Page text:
I was over in the park last week, hiking through the forest, the first time since last fall. I had gone specifically with the intent of looking for wildflowers, but of course anything can turn up while you’re out. I was paused photographing some Spring Beauties, kneeling in the dry leaf litter, when a pair of butterflies fluttered over and flopped onto a leaf a couple feet away from my knee. They were joined together in coitus and having trouble flying. I took the opportunity to snap a few photos of them.
They were whites, which was fairly obvious, but I wasn’t certain which species. Cabbage Whites have dark dots on the uppersides of their wings, which these didn’t have, so they were something I wasn’t familiar with. When I came home, I pulled out my Kaufman guide to butterflies and had a flip-through. After studying the plates and doing some poking about online, I think these are Mustard White, Pieris oleracea. However, there’s a very similar species, the West Virginia White, Pieris virginiensis, that also occurs in our area. The difference is subtle, and seems to be in the hint of yellow to the underwings, and the distinctness of the shading along the veins (guides talk about the shading being dark green in Mustard White, and gray to brown in the West Virginia White, but I can’t really see any colour one way or another). I held out hope initially that these were West Virginias, but I’m thinking now that the tinge of yellow probably makes them Mustard.
This is mostly disappointing only because it would be cool to have a rare butterfly flutter over and flop at your knee. While Mustard Whites are fairly common in the province, West Virginias are much rarer, found in only a few dozen scattered localities, with their population concentrated in just three main areas: Manitoulin Island, the Halton/Hamilton region along the Niagara Escarpment (incidentally, where I grew up), and the Frontenac Axis. They prefer moist, mature deciduous forests, and possibly part of the reason for these three areas being their strongholds is that they happen also to be the main areas where deciduous forest is still extensive in southern Ontario.
Interestingly, they were virtually unknown from the province until the mid-1970s when somebody found a population in the Halton Forests near Milton, Ontario. The forest habitat there was threatened with destruction by the expansion of the gravel quarry that still exists in the escarpment there. In 1977 the Toronto Entomologists’ Association (despite the city name, it is active over much of the province, as reflected in its website’s name, Ontario Insects) undertook a detailed study, commissioned by the provincial government, on the local population. They studied population demography, movements, size, parasites, and other ecological information about the butterfly. Their findings were used to support the case for listing the species as Endangered in Ontario.
A few years later, during the 1980s, additional populations of the butterfly started popping up – one in the Frontenac region, another on Manitoulin, and then smaller ones in other varied locations around the province. Eventually, in 1990, the government downlisted the butterfly from Endangered to Vulnerable, and the quarry expansion was allowed to go ahead (I can’t really begrudge the quarry this; we as a society demand a lot of gravel, and it has to come from somewhere).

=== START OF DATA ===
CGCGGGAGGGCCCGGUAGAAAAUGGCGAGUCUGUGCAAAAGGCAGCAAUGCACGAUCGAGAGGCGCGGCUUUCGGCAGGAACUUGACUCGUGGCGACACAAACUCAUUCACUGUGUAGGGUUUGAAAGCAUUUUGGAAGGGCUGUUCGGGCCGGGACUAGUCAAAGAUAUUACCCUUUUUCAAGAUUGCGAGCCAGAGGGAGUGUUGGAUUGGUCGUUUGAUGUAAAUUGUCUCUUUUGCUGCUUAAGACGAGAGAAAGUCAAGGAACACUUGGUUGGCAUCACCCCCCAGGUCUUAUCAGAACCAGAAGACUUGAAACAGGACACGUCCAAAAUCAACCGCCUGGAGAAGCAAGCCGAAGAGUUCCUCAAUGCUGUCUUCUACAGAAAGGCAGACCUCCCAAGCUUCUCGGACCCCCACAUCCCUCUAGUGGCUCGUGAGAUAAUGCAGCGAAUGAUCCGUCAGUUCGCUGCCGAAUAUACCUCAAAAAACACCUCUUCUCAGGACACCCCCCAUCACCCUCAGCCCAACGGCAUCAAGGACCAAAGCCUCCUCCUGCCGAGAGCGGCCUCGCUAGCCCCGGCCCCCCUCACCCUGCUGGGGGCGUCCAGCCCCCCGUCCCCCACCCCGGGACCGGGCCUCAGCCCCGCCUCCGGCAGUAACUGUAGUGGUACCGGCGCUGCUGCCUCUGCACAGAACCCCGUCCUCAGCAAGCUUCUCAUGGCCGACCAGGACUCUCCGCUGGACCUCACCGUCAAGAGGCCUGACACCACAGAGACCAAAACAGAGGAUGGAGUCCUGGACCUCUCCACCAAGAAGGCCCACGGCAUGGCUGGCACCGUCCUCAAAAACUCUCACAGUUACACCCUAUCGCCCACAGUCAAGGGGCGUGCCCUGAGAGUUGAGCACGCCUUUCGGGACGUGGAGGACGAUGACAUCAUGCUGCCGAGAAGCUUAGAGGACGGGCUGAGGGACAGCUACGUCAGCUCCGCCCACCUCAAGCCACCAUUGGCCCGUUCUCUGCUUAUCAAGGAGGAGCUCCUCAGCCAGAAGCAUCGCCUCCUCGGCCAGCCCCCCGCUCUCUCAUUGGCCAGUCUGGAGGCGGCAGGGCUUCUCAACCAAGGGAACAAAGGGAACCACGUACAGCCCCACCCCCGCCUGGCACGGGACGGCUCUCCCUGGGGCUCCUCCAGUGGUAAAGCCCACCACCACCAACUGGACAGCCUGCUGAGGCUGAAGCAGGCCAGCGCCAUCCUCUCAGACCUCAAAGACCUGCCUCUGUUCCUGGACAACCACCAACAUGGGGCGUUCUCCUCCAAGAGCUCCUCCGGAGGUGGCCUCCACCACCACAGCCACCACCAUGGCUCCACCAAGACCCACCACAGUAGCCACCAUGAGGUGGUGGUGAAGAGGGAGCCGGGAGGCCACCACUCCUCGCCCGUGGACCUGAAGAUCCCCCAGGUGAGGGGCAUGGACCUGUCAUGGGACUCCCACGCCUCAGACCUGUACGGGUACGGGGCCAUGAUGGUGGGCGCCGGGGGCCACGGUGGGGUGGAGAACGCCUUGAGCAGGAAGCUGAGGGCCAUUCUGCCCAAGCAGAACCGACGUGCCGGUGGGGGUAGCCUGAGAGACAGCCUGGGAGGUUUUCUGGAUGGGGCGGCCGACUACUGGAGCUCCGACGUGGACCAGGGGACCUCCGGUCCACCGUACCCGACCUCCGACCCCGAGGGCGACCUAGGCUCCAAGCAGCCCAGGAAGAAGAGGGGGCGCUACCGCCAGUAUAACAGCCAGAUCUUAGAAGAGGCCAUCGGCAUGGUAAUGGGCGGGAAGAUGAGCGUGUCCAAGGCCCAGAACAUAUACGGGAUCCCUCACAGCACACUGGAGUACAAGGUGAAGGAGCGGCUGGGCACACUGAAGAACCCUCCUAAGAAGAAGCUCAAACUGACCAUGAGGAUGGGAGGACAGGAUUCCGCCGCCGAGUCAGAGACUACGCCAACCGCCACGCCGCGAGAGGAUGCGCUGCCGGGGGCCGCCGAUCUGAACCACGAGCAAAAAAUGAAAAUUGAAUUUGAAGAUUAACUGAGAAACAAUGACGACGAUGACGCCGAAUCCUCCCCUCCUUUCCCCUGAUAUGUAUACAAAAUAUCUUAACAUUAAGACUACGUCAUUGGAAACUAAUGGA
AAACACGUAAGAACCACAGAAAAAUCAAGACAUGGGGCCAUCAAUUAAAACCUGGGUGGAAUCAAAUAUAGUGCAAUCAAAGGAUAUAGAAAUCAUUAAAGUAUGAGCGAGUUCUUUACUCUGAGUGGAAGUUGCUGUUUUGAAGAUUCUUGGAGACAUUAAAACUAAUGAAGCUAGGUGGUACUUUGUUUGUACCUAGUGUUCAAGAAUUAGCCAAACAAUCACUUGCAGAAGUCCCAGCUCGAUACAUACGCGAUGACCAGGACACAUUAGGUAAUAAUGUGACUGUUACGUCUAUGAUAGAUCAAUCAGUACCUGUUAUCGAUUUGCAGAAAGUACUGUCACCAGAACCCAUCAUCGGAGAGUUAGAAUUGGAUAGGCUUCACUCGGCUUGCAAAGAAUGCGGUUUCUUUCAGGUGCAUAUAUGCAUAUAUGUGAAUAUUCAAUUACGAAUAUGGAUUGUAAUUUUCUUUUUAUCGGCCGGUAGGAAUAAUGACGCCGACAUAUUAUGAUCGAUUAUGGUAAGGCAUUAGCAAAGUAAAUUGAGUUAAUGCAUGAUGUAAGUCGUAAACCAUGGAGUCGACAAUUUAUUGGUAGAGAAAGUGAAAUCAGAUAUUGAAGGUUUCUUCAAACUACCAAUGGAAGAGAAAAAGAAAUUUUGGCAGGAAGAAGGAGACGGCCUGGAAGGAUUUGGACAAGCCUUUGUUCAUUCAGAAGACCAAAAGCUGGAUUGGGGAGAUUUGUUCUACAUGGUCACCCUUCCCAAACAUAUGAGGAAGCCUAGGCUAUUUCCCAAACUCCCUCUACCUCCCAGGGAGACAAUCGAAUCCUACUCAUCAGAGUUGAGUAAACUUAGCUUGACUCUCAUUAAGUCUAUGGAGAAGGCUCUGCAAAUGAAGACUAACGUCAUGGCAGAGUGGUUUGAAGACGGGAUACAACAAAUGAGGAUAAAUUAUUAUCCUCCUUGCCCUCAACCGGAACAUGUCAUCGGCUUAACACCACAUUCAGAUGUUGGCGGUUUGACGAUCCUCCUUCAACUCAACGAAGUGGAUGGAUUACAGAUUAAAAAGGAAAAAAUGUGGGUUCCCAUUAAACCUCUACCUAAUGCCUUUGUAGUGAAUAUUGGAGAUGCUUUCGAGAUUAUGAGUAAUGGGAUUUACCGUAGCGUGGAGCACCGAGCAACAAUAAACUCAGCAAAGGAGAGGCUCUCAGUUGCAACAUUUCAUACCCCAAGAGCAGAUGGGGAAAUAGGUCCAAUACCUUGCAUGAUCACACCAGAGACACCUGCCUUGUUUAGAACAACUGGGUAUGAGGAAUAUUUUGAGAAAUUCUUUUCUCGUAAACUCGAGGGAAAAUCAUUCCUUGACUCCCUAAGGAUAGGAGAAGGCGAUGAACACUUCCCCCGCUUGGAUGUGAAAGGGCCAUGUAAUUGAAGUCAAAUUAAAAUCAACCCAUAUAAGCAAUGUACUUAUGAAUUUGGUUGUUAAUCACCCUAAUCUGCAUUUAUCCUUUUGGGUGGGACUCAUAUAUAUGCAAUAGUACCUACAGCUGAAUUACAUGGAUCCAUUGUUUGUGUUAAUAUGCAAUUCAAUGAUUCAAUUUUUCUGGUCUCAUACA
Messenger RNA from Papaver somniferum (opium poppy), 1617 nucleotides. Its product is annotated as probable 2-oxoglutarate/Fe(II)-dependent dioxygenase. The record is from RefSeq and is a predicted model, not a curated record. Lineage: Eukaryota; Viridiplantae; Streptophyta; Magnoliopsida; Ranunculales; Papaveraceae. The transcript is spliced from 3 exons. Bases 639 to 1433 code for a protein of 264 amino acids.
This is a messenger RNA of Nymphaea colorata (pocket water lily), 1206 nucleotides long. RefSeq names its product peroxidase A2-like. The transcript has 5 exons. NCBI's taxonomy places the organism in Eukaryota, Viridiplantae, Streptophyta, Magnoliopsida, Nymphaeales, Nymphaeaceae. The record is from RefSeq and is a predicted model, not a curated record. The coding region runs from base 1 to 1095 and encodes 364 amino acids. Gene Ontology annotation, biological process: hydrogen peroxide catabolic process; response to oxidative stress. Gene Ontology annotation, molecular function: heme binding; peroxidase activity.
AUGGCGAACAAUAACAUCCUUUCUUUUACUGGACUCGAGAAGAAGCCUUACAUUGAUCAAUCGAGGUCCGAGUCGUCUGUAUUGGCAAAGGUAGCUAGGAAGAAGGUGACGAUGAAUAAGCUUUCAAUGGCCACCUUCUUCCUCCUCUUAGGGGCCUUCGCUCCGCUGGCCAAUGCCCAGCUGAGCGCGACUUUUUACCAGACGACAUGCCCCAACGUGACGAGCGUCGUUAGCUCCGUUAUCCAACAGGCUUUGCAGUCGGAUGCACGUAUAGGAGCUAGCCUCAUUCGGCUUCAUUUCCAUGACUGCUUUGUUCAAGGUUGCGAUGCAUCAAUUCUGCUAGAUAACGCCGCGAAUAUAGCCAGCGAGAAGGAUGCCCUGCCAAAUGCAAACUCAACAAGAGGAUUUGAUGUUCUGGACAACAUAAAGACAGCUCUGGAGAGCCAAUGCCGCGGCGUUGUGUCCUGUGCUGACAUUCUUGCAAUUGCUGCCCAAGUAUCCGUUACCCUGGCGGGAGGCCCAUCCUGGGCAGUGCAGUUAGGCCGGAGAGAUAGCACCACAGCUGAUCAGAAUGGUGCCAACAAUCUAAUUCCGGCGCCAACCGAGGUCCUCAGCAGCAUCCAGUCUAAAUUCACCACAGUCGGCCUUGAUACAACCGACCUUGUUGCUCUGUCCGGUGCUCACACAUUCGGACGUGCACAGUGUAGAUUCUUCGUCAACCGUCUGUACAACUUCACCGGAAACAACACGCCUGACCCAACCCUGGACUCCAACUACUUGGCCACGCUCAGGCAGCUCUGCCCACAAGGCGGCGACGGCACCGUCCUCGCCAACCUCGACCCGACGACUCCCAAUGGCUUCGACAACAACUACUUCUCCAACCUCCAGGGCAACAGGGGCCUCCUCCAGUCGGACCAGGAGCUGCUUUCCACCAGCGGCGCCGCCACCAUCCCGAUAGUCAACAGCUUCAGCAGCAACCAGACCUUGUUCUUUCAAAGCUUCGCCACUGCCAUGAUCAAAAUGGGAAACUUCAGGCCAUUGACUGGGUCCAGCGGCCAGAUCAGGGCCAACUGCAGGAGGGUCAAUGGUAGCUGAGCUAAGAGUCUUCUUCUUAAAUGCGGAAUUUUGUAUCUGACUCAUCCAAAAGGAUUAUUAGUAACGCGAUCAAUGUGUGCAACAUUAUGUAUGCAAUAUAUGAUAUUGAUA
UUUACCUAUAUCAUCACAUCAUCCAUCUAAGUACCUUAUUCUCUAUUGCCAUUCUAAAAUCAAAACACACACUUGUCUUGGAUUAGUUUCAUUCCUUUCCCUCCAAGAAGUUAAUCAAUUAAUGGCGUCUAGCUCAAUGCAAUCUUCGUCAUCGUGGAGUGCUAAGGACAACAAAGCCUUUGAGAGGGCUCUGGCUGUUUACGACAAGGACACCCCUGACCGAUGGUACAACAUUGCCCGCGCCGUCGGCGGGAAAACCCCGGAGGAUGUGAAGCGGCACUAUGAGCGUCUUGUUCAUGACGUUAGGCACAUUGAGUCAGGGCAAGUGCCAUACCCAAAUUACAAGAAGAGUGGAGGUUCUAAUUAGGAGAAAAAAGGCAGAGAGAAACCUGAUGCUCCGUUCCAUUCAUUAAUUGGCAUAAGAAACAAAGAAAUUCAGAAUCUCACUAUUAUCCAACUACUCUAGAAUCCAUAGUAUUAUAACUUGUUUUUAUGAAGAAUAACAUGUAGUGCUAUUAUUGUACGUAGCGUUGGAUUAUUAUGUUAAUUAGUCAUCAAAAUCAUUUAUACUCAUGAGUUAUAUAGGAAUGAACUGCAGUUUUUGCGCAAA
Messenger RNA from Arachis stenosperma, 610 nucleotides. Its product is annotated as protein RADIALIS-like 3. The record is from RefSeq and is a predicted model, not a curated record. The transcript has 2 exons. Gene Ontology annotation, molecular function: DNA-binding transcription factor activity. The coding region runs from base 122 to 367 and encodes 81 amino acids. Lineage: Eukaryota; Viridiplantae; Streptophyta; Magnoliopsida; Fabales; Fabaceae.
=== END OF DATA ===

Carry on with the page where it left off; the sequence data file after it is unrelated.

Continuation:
Unfortunately, that’s not the only threat to the species. Both Mustard and West Virginia Whites lay their eggs on members of the mustard family, Brassicaceae. In the case of the West Virginias, in Ontario their laval foodplant is known to be almost exclusively Cutleaf Toothwort, Cardamine concatenata and other toothworts. Mustard Whites use toothworts and some other species such as rockcress (Arabis sp.).
The invasive Garlic Mustard, Alliaria petiolata, also belongs to the Brassicaceae. In some regions, Garlic Mustard has become widespread, taking over the forest floor and pushing out native mustards including the host plants of the two whites. Even in areas where native mustards remain, often the butterflies will lay their eggs on Garlic Mustard rather than toothwort or rockcress (in the case of the West Virginia, in some areas it appears they are choosing Garlic Mustard preferentially over natives, for unknown reasons). It turns out, however, that Garlic Mustard contains some sort of compound that proves toxic to the larvae of these butterflies, and caterpillars feeding on the plant die before their second instar. Obviously this spells a quick end to those populations. There are many Garlic Mustard control programs in the province, particularly in the West Virginia’s population strongholds, that should hopefully help the butterflies. Fortunately, I don’t recall having seen any Garlic Mustard around here last summer, so hopefully it hasn’t moved in yet.
I’m off for the weekend, heading back to Halton for a couple of days. The weather is supposed to be wonderfully gorgeous, sunny and warm, and I’m hoping to see lots to post about!